"Those of us who are concerned just want to say, 'whoa, slow down'," said Lawrence. "Let's do some independent environmental assessments, they may take a couple of years and that might be uncomfortable for SpaceX, but they're so far ahead of the competition that they should be able to live with that."
It would be unfair not to mention that engineers from SpaceX and one of its rival satellite companies, OneWeb, are working with astronomers to try and find solutions to these problems.
"They do speak to astronomers, and there are parts of their organizations that are quite serious about that," said Lawrence. "They want to help because astronomy is cool. For example, the engineers at SpaceX are working really hard on experiments such as VisorSat and new dark coatings [to make the satellites less reflective], but its all about mitigating the problems, and the only way to really mitigate them is to launch just 3,000 instead of 30,000."
Then there's the problem of space debris. The more satellites there are in orbit, the greater the chance of collisions between them, scattering debris across Earth orbit. These collisions can increase the chance of further impacts that produce even more debris in a runaway effect that, in the worst and most extreme scenario, could make launching new spacecraft too dangerous because there would be too much debris circling the Earth. It's called the Kessler syndrome, and it's beginning to become a real concern for some in the satellite industry.
"The debris problem is really quite worrying," said Lawrence. "It could end up being disastrous, and the whole industry could shoot itself in the foot. Some people in the industry are very concerned about it, but it's almost like, if it's going to be bad then we better get in there quick before it becomes impossible to launch a new satellite without it getting taken out by shrapnel."
That would be the very definition on unsustainability, but Lawrence is keen to emphasize that we haven't reached that point yet. Much will depend upon the FCC's decision regarding Starlink Gen 2 and environmental assessments for satellite constellations in general. In the United Kingdom there have been discussions about having the equivalent of a 'Kitemark' (in the U.K. this is a certification that a product has been safety tested), where investors and insurers could buy into satellite internet, for example, knowing that it has been environmentally assessed and is mitigating its impact.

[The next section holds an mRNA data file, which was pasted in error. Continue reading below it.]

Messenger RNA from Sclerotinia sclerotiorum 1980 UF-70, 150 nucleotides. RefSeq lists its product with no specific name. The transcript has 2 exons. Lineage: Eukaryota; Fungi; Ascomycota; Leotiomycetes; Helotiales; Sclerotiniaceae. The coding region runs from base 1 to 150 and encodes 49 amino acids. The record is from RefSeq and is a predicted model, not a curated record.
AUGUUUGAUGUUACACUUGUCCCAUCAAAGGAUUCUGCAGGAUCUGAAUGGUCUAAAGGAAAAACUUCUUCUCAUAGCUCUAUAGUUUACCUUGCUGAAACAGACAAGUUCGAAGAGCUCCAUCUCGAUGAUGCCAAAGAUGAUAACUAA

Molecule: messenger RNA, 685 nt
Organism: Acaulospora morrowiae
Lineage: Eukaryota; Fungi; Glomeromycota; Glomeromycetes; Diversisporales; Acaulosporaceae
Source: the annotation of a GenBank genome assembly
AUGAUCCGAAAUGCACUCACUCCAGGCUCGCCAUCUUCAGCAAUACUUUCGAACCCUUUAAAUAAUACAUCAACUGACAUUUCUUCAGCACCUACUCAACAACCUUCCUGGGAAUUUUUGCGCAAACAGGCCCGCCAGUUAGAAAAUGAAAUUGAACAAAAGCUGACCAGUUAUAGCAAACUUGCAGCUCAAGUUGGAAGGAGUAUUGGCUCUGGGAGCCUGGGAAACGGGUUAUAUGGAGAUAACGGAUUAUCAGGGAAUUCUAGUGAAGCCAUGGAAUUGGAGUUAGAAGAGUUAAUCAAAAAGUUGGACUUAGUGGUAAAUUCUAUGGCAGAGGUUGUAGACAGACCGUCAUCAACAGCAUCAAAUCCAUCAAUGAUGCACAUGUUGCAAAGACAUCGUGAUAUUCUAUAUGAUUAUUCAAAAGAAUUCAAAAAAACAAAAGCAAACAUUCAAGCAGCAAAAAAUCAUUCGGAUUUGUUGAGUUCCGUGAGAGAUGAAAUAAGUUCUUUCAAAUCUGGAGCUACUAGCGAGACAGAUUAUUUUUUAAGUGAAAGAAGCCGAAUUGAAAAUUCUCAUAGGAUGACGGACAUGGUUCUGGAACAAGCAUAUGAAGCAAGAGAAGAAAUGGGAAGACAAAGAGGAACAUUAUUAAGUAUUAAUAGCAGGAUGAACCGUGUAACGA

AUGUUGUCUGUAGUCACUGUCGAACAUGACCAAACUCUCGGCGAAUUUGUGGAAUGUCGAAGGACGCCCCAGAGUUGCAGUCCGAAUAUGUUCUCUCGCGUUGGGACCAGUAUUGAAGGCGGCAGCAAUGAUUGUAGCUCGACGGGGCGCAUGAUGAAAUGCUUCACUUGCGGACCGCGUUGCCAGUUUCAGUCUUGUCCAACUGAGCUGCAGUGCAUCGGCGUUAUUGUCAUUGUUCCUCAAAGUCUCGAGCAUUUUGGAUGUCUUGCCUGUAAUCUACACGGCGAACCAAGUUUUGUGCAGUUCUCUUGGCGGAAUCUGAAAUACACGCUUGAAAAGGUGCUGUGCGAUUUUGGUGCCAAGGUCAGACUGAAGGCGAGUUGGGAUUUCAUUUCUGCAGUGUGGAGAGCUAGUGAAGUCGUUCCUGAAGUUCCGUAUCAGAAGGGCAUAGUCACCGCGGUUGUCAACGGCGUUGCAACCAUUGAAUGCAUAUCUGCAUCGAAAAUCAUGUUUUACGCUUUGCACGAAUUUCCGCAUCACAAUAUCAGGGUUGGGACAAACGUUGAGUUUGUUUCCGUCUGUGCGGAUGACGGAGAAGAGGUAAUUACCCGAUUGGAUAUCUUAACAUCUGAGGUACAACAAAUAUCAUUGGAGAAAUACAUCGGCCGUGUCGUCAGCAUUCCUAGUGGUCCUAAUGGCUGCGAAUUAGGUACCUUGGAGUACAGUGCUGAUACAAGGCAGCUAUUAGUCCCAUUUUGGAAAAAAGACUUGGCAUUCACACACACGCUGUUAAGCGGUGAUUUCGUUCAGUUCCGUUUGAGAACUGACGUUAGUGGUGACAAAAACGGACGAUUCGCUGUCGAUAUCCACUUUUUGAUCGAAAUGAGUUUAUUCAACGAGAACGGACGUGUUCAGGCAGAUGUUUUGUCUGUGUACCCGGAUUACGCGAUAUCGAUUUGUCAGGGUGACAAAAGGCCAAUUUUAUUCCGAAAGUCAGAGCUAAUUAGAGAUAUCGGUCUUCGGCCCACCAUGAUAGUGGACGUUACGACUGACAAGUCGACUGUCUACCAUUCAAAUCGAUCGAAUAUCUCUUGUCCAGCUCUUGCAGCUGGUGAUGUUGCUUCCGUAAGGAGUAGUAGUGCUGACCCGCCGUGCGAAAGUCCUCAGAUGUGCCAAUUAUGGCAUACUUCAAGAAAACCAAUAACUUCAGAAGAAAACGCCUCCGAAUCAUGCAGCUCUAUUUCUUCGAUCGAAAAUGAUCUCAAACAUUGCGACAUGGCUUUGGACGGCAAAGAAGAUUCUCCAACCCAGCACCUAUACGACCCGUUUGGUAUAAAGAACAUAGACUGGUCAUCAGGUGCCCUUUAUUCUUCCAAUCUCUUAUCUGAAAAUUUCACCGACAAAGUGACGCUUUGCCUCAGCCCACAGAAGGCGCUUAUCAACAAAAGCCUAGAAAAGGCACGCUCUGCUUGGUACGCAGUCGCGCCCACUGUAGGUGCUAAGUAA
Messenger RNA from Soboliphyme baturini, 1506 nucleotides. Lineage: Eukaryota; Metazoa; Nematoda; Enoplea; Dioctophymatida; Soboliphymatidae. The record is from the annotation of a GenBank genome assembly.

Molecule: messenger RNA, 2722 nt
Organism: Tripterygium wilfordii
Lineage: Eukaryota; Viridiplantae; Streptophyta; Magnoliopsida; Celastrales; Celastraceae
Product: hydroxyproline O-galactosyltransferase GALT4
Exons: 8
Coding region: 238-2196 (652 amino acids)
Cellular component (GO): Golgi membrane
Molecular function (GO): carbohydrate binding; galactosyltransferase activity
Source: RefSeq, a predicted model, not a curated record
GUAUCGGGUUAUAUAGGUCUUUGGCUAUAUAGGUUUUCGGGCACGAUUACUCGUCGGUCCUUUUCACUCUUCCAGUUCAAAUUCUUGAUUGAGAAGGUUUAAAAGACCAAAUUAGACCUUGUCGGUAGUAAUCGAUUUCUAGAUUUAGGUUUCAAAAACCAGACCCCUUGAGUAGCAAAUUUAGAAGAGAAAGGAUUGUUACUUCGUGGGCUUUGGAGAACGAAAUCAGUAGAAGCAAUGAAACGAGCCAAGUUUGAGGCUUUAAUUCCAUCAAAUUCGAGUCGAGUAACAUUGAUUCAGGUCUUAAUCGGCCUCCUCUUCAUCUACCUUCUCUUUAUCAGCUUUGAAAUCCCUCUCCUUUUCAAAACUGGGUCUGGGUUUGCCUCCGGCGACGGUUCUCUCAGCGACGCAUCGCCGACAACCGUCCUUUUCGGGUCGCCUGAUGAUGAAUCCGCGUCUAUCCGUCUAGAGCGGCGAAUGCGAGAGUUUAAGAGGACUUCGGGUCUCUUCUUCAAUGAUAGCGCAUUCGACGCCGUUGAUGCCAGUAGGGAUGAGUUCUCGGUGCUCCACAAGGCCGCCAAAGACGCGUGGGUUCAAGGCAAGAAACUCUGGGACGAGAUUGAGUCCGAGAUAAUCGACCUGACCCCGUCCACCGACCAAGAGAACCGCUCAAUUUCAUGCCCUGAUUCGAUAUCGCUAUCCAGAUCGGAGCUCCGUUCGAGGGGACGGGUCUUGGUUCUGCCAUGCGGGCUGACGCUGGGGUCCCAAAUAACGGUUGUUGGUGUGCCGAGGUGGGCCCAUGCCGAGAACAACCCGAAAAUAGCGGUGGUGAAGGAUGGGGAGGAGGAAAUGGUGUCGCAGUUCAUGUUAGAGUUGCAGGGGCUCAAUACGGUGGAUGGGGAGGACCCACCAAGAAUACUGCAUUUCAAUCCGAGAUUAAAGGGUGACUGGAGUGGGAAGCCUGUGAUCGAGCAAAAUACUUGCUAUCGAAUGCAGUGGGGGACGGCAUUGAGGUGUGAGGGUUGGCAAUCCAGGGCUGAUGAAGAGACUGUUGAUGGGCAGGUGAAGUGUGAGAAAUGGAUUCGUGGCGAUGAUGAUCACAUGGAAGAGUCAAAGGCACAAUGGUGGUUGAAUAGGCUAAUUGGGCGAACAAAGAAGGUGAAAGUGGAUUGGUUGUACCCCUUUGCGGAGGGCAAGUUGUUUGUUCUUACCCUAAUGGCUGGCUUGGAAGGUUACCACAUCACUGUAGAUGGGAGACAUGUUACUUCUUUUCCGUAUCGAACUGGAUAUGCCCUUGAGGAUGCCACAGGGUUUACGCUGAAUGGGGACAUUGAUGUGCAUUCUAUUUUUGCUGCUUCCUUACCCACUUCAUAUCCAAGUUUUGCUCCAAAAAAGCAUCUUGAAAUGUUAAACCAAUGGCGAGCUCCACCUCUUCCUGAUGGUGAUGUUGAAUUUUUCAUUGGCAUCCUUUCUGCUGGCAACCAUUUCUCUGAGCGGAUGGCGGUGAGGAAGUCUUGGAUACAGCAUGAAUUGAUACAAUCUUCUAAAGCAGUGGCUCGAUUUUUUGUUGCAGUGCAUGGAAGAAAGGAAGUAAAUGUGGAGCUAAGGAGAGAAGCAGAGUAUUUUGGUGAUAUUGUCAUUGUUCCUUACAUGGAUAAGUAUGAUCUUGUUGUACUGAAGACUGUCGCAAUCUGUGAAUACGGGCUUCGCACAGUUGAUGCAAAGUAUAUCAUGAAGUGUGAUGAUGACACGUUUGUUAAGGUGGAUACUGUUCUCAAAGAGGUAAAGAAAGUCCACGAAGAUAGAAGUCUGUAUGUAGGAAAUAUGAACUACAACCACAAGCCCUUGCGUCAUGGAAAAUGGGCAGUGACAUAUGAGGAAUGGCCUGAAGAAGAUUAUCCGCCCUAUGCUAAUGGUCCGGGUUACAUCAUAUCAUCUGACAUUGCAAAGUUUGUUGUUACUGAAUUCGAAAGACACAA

In the United States, Moriba Jah, a professor of aerospace engineering at the University of Texas at Austin, is leading an initiative called the Space Sustainability Rating that is connected to the World Economic Forum and encourages responsible behavior from satellite providers.
You, too, can get involved, by participating in a letter writing campaign to the FCC ahead of their decision regarding Starlink Gen 2.
"Anyone can write a letter to the FCC and say what they think," said Lawrence. "With my friends at ViaSat, I've put together instructions on how to write a letter to the FCC, and that seems to be slowly working with a number of people having written letters."
Lawrence recommends keeping letters short, describing how satellite constellations could adversely affect your own experience of the night sky, and how they are bad for both science and the sustainability of commercial activities in Earth orbit. You can find Lawrence's advice here.
So what would be a sustainable number of satellites? Lawrence admits he's not sure. "My gut instinct is that we've not passed that point yet, but we will if we end up with 400,000 satellites. But I think this is a battle that, while I hesitate to say 'win' because we're not really trying to beat someone, we can hopefully arrive at a sensible solution."
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Keith Cooper is a freelance science journalist and editor in the United Kingdom, and has a degree in physics and astrophysics from the University of Manchester. He's the author of "The Contact Paradox: Challenging Our Assumptions in the Search for Extraterrestrial Intelligence" (Bloomsbury Sigma, 2020) and has written articles on astronomy, space, physics and astrobiology for a multitude of magazines and websites.